Sights Of Bologna: 10 Most Interesting Places

Bologna is one of the most remarkable and at the same time underestimated cities in Italy, and its significance is already evidenced by the fact that in the Middle Ages it was one of the largest megacities in Europe. It is not surprising that many sights of world significance have been preserved in Bologna. There are so many interesting places in the city that I decided to talk about the most important of them in a separate article.

Leaning Towers of Asinelli and Garisenda

Leaning towers are not only in Pisa but also in Bologna. And in Bologna, there are two of them at once Torre degli Asinelli and Torre Garisenda.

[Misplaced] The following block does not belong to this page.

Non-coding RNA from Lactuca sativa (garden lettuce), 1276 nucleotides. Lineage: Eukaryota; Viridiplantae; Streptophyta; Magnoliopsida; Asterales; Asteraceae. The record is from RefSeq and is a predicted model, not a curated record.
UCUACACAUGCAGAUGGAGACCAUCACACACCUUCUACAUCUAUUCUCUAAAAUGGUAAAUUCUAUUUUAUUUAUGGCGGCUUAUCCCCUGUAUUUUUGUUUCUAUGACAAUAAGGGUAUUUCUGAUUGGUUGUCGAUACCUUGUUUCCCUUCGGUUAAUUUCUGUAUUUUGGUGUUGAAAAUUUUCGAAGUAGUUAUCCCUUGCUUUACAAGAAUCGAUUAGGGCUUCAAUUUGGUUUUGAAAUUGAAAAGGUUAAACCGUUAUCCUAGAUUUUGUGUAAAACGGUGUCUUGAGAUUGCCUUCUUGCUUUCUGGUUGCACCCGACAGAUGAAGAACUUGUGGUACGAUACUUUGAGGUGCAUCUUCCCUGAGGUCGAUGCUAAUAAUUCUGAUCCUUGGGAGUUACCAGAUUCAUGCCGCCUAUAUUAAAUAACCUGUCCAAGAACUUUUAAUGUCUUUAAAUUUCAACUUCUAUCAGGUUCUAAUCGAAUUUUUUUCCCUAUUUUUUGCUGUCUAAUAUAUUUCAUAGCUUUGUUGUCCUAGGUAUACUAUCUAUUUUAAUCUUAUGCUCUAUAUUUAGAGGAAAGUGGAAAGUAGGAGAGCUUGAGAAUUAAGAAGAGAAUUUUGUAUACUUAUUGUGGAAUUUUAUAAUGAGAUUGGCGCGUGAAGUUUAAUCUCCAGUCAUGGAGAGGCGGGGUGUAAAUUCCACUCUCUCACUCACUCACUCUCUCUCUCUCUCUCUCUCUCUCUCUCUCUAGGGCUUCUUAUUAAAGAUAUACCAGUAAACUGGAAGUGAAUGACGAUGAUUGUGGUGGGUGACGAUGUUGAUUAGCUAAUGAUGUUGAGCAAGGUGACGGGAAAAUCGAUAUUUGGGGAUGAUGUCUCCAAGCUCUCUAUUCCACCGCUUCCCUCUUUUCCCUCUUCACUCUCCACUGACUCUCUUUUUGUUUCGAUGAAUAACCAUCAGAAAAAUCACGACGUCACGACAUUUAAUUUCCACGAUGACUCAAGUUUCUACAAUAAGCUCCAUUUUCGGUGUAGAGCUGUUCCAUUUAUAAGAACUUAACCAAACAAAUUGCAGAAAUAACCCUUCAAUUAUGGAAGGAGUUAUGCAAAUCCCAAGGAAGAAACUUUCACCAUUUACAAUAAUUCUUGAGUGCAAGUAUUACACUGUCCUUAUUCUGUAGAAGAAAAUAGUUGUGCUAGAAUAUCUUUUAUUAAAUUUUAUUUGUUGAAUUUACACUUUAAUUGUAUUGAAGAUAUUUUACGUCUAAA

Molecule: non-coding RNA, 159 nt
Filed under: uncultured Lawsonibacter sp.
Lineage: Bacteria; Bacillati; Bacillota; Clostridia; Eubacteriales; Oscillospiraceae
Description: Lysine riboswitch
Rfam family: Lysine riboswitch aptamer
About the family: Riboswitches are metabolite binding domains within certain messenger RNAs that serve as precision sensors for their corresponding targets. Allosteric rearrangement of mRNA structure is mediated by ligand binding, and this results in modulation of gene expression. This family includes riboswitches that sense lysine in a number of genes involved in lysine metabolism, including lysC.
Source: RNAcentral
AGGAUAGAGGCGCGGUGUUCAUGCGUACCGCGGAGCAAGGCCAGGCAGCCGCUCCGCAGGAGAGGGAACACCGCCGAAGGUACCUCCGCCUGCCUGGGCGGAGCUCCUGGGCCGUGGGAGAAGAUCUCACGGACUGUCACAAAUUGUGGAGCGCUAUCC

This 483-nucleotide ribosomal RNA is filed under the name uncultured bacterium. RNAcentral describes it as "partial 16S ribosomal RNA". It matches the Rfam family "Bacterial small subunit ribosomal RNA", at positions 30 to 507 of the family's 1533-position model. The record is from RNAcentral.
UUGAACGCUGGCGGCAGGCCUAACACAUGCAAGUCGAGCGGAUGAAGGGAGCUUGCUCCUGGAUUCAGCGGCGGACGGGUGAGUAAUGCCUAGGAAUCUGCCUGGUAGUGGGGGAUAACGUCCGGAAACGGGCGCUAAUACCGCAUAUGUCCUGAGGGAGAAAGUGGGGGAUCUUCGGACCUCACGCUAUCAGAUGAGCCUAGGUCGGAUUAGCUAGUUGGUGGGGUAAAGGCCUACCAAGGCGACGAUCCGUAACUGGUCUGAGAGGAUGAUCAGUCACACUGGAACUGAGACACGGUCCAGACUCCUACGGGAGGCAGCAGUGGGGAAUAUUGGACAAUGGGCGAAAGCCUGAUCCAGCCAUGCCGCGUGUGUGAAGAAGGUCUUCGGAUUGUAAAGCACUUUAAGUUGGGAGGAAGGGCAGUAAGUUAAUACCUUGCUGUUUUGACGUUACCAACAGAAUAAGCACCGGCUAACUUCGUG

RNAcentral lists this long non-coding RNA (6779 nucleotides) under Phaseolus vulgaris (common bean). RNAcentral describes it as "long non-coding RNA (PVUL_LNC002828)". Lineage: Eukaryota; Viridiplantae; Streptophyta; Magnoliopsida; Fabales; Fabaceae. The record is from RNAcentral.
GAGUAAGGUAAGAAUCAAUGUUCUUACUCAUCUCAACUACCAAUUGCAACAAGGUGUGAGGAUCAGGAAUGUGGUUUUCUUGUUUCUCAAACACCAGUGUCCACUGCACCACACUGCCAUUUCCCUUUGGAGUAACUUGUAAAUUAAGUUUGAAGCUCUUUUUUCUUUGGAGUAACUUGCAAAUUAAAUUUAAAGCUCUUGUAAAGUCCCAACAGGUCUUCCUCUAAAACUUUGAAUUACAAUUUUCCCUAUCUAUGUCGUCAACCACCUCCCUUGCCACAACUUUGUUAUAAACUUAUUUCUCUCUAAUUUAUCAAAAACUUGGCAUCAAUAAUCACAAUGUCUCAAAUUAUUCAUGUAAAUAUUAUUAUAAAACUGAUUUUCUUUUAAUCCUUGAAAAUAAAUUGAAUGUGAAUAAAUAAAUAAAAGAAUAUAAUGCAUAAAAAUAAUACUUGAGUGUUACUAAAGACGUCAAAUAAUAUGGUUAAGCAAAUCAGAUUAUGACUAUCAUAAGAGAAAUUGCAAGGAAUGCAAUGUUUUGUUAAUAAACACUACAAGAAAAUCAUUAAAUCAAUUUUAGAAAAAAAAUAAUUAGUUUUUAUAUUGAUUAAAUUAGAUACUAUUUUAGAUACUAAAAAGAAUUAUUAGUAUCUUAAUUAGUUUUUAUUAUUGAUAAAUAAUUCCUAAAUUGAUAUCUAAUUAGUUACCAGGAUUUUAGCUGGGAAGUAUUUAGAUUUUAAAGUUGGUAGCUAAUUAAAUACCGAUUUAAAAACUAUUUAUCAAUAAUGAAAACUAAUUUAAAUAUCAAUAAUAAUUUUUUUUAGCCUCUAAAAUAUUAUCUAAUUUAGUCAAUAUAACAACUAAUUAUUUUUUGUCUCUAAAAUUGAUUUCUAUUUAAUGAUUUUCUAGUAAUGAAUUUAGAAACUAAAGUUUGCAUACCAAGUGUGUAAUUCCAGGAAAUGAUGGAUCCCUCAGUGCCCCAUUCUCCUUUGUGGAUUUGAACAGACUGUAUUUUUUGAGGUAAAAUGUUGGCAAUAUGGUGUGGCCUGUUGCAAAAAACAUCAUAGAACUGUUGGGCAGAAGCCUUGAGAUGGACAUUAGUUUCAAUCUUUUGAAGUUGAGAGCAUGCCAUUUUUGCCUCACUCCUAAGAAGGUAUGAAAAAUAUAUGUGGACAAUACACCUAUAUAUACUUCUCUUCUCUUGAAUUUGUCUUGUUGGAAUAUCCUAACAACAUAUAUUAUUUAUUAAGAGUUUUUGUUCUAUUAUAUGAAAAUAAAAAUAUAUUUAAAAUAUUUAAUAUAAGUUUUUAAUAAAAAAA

Both towers were supposedly erected in the 12th century and today are iconic sights of Bologna.

Unlike the Leaning Tower of Pisa, the “skyscrapers” in Bologna served their owners as a dwelling and a fortress were built of brick and did not differ in rich decoration.

In the pursuit of fame, customers did not care much about the quality of construction. What the design mistakes led to today can be observed firsthand: the angle of deviation of the Azinelli tower from the straight axis has already reached 1.3 You can climb one of the towers Asinelli: to do this, you will have to overcome 498 steps. But you can boast that you were on the tallest falling tower in the world. The height of the tower is 97 m, which is comparable to the height of a modern 20-story building.

The entrance to the Garisenda Tower is closed for security reasons. The angle of inclination of the tower is growing so rapidly that it had to be shortened three times already as a result, the height has already decreased from 60 to 48 meters.